I still think yes. It is certainly less than ideal, and the workflow required from something like the Kafatek Monolith grinders would certainly be preferred, but at this price point, there simply isn’t another single dose capable, titan level, motorized grinder. You’re next best bet is a HG-1 hand grinder, which new is the same price as I was able to pick up the K10 PB used for.
Taking a look at the size, it’s certainly not small. I’m just able to sneak it in under my kitchen cabinets without a hopper. I use steel ramekins for dosing and these happen to fit right side up into the throat of the grinder perfectly, nicely sealing off the top of the grinder to prevent any popcorning.
The doser in a home and especially in a single dosing scenario, is counter-intuitive, but works quite well, especially eliminating clumps. I don’t use RDT and rarely use WDT, and am able to dose straight into the portafilter and with a few side and vertical taps, get nice bottomless pours. This is semi coffee dependent, as some more challenging single origins do prefer a quick stir (WDT), but overall, this is a pretty simple process of grinding straight into the basket. Once you learn the slightly left throw of the grinds from the doser, it’s no more work than single dosing the Vario, save for the clickety clack of the doser itself.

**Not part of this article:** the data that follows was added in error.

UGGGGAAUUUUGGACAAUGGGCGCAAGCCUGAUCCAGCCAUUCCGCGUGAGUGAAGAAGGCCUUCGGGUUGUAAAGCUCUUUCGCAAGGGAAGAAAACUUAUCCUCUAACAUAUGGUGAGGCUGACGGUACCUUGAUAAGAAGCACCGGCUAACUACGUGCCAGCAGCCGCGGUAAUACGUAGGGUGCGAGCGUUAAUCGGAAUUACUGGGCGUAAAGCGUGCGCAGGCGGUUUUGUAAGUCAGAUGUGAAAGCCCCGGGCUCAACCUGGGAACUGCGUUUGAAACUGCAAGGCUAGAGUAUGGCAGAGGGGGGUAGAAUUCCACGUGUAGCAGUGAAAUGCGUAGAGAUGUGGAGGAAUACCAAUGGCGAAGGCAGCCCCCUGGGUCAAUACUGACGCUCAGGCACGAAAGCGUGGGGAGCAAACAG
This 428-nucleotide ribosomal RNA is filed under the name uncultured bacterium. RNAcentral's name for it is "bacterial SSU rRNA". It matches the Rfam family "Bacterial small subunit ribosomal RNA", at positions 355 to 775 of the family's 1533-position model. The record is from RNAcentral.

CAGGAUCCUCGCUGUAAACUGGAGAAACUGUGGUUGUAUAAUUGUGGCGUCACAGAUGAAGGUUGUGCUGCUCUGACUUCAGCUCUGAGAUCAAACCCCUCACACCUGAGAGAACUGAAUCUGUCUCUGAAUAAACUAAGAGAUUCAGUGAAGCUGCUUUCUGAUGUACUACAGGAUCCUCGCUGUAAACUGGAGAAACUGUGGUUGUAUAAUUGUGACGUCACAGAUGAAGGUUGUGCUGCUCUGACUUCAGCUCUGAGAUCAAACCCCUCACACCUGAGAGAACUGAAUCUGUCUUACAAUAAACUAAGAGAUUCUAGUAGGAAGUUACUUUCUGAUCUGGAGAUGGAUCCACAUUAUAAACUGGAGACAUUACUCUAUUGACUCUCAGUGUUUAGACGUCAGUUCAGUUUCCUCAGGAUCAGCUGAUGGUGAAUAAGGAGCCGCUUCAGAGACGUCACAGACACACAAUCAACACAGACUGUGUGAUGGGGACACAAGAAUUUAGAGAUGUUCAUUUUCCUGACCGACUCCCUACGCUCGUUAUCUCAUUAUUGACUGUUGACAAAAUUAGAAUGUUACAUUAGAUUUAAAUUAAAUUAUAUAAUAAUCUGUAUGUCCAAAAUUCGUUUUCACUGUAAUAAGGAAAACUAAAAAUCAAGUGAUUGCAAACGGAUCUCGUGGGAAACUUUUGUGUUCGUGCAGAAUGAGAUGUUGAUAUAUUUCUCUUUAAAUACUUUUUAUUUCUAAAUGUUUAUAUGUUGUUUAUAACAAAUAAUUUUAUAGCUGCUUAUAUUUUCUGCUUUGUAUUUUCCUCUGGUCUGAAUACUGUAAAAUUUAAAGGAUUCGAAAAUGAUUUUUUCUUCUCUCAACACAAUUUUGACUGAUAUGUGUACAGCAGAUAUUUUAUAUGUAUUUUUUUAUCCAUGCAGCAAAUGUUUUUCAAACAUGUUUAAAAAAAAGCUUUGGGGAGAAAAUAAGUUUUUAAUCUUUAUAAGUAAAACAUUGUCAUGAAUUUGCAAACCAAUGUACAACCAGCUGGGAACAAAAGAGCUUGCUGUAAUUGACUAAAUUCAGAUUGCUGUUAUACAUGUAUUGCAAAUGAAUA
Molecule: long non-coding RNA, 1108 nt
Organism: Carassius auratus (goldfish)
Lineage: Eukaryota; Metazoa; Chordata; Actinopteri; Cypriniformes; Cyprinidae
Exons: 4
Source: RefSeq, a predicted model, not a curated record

The most significant reason I upgraded to the K10 for espresso grinding was to maximize flavor and consistency, and minimize variables and any potential that my grinder (Vario) was limiting my espresso potential. The K10 has achieved all of those objectives wonderfully. I’m not going to go through every detail of the grinder because there are plenty of reviews out there, but flavor of the coffee improved immensely: it was sweeter, more transparent, allowing more nuanced flavors to be tasted, and shots were more balanced tasting as well. Consistency was improved in that I really don’t need to change grind much at all when dialing in a coffee, and rarely change the grind throughout using a coffee as it ages. The only time I make larger grind adjustments are when changing baskets or from say a really light roast, washed single origin to a medium roast blend, for example. The fringe benefit to adding the K10 to the repertoire was dedicating the Vario to brew duty, which improved the ease, flavor, and consistency of my brewed coffee immensely.
My goal with this post was to illustrate the single dosing process and share my takeaways on the little things that you might not otherwise pickup on when considering this or a similar grinder. Single dosing with a large commercial grinder comes with its drawbacks, but at this price point, there simply isn't another single dosing capable (zero retention), motorized grinder, with "Titan" grind quality and burrs. There are other grinders in this price point that are usable with a hopper or single dose friendly, but non-motorized, but until you make a jump to something like the Monolith options, there are some concessions to be made.
If you have any questions or clarifications you would like on my experience with this or other grinders, or the process shown above, please feel free to reach out in the comments or send me a message.